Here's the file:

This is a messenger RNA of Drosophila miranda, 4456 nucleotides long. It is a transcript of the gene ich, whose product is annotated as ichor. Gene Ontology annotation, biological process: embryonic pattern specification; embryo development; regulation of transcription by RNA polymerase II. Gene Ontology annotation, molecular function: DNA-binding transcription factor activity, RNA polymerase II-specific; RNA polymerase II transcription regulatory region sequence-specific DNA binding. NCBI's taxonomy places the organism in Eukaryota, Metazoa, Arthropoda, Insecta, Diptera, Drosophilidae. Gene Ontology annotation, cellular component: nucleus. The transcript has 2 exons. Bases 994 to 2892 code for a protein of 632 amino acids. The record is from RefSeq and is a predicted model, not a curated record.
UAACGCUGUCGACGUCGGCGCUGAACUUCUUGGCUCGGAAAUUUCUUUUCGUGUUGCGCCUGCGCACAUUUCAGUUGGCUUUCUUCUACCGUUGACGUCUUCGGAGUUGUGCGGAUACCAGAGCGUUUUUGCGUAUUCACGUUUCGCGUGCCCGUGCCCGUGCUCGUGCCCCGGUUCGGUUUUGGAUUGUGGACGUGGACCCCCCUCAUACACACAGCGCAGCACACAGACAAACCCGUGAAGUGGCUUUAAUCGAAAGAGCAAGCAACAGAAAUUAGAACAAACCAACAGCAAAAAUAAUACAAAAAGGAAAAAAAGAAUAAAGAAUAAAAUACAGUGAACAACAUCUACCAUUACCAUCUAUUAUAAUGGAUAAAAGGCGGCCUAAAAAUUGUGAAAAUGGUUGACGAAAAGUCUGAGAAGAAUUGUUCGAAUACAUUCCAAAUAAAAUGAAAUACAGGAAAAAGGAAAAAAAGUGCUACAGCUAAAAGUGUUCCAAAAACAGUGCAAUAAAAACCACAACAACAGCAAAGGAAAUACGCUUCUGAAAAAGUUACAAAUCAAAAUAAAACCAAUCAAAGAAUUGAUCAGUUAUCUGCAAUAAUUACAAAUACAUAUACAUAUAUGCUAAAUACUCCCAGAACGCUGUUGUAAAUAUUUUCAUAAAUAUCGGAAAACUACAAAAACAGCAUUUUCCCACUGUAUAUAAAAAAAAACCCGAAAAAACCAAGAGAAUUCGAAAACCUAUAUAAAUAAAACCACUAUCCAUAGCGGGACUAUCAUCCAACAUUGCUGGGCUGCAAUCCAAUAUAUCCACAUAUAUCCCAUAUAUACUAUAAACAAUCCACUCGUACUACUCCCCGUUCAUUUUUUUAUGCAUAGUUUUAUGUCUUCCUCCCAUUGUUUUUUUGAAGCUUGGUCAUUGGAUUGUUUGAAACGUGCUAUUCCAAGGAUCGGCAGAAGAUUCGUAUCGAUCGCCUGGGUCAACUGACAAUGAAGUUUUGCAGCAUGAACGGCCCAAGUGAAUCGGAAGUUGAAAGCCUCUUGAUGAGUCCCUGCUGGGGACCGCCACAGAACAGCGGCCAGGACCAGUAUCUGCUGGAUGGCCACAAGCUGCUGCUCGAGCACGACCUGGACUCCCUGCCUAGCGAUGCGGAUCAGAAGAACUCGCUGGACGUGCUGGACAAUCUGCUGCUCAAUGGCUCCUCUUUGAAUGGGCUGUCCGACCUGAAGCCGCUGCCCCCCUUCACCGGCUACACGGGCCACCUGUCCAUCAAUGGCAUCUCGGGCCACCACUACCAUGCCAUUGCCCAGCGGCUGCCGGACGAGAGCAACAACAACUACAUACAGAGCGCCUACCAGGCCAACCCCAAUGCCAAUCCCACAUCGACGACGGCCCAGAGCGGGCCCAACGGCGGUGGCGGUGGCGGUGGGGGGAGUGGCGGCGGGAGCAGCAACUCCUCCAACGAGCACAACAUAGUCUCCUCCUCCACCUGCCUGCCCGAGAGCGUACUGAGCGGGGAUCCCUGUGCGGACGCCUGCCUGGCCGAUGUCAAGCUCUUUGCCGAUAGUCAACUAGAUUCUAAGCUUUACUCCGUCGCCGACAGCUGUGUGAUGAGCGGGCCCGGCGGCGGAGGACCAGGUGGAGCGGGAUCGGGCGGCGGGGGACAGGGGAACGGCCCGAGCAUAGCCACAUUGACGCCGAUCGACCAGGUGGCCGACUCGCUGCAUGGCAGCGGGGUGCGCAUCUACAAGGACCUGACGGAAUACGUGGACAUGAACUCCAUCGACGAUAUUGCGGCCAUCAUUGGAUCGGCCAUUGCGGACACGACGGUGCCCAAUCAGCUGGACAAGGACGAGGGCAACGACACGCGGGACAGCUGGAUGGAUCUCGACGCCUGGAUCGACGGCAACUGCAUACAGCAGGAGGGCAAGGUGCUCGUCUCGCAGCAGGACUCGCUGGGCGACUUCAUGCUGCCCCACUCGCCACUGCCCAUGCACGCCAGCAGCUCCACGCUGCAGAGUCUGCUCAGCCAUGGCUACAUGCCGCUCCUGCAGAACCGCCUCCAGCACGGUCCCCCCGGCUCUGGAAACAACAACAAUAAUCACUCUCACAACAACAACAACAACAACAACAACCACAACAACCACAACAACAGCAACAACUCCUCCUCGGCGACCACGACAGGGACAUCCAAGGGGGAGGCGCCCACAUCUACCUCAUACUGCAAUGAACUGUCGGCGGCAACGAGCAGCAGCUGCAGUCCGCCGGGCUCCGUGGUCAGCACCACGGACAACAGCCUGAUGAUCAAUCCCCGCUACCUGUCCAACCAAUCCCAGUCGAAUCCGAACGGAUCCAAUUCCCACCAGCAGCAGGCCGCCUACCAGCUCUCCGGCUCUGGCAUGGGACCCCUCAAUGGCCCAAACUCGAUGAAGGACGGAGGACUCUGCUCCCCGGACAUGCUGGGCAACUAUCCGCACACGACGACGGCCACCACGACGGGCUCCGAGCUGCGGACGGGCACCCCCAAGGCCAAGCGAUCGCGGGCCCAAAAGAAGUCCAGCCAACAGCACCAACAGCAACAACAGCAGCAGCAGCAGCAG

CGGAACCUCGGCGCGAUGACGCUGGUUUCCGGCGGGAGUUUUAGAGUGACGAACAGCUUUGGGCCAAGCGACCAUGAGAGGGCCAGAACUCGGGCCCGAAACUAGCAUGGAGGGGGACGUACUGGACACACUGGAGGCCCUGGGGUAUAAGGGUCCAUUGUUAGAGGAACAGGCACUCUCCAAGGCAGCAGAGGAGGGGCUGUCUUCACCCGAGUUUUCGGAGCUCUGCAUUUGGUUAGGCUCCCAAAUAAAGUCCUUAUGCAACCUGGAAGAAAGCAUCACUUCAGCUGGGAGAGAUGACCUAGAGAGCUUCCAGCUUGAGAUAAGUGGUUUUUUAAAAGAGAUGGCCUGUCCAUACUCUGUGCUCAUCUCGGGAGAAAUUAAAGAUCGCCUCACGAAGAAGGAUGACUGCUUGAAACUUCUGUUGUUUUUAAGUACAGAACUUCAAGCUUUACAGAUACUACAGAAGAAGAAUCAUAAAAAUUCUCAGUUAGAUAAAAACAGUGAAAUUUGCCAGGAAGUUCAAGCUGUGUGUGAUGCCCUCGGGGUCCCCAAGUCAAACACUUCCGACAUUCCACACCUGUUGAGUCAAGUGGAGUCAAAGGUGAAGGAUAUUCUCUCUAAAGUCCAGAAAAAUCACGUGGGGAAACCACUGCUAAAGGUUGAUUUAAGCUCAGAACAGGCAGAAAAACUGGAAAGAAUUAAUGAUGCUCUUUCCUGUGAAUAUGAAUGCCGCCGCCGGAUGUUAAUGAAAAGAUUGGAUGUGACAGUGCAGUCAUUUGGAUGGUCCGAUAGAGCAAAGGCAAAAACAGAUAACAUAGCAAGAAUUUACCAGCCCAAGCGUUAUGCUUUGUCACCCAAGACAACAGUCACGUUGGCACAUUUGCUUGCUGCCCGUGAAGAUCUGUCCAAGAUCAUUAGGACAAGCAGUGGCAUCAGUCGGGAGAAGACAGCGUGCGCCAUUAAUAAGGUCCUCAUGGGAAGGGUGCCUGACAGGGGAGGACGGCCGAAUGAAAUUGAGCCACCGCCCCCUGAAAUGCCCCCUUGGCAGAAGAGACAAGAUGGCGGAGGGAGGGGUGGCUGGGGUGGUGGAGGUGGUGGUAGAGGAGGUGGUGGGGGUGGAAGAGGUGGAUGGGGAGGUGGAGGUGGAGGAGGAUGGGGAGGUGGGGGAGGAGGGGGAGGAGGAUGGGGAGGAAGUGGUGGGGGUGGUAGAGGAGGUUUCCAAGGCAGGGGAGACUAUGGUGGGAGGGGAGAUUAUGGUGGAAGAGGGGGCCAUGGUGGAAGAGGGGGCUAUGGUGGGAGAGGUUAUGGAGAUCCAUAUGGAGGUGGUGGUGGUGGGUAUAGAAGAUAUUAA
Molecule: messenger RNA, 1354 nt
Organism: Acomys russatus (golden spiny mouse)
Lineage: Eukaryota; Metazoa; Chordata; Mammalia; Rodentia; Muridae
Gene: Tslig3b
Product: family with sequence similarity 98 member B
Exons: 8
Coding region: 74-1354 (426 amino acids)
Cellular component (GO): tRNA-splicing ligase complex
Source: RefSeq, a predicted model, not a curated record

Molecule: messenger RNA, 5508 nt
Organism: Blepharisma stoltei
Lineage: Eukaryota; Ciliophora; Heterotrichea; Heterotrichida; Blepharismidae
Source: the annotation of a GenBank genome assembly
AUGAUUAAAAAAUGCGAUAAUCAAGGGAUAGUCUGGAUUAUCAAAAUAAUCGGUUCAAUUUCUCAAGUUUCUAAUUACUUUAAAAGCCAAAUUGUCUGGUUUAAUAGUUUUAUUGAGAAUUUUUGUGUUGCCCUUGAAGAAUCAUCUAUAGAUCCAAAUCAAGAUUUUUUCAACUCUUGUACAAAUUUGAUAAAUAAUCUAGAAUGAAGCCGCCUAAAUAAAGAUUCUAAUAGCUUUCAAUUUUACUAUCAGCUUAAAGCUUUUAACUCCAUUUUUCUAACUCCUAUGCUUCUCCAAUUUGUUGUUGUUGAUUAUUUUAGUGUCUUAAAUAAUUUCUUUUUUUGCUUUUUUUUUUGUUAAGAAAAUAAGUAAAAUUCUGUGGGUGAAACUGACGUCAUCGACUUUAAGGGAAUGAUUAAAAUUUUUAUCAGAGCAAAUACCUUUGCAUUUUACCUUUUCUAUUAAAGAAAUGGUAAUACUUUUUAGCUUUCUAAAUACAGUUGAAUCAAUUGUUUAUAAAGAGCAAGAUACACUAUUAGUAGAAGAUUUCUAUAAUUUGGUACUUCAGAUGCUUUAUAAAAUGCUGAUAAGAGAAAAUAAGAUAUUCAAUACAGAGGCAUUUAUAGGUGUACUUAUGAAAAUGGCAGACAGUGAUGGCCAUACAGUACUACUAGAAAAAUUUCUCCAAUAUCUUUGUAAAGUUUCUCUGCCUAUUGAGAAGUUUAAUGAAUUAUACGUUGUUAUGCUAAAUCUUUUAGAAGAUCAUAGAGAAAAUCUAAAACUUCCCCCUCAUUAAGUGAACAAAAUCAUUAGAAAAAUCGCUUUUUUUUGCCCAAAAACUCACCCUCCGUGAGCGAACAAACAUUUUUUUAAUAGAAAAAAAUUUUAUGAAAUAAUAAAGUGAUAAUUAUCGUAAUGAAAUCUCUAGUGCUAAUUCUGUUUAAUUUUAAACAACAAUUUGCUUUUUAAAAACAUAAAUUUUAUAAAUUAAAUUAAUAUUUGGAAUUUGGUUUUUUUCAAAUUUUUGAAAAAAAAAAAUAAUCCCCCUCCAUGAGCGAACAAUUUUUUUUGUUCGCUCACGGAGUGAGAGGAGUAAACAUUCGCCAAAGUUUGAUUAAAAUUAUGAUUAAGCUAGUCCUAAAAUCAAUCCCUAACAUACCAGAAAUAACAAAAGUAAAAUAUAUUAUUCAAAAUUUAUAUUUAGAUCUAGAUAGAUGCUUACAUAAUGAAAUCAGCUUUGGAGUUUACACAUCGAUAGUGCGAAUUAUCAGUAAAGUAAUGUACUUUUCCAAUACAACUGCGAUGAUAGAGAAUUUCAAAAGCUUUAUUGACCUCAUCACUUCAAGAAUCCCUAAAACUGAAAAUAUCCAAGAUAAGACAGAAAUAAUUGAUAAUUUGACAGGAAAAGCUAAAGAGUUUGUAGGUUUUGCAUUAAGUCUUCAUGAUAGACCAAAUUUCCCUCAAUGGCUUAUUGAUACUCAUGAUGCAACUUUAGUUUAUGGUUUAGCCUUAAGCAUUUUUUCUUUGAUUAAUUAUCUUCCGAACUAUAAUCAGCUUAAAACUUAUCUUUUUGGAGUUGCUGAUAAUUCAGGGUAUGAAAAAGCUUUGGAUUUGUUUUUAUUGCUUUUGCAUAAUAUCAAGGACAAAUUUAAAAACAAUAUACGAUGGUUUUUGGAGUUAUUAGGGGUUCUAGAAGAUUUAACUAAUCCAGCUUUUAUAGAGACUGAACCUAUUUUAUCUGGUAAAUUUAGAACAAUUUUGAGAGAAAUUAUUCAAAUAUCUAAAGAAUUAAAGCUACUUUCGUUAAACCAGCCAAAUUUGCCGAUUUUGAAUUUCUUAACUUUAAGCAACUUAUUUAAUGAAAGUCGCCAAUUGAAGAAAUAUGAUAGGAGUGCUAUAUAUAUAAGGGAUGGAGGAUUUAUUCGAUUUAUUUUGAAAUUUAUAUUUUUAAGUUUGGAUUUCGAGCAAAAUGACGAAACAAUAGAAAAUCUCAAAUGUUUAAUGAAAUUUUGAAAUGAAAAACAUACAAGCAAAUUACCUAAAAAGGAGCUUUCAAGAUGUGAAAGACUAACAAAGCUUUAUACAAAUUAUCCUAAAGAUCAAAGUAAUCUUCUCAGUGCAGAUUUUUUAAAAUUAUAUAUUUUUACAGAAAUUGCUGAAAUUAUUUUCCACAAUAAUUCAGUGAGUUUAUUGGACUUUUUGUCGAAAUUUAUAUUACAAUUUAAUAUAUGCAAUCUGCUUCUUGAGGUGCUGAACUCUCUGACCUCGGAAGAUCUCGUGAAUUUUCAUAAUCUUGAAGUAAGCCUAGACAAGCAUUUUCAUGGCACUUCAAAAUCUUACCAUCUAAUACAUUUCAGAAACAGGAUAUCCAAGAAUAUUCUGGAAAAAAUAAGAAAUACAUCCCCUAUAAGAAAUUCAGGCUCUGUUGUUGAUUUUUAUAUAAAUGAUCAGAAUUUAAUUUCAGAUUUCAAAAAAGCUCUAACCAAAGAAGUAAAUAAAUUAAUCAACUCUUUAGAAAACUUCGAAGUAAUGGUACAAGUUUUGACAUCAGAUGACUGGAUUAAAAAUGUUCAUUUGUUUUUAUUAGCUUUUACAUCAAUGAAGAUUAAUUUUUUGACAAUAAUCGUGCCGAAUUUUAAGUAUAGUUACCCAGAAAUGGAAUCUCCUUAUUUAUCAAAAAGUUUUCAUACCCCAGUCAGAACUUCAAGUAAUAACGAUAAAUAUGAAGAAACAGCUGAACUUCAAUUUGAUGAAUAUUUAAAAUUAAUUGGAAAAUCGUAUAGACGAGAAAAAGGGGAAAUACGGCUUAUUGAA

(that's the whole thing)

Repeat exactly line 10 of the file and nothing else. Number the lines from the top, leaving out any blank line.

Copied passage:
Coding region: 74-1354 (426 amino acids)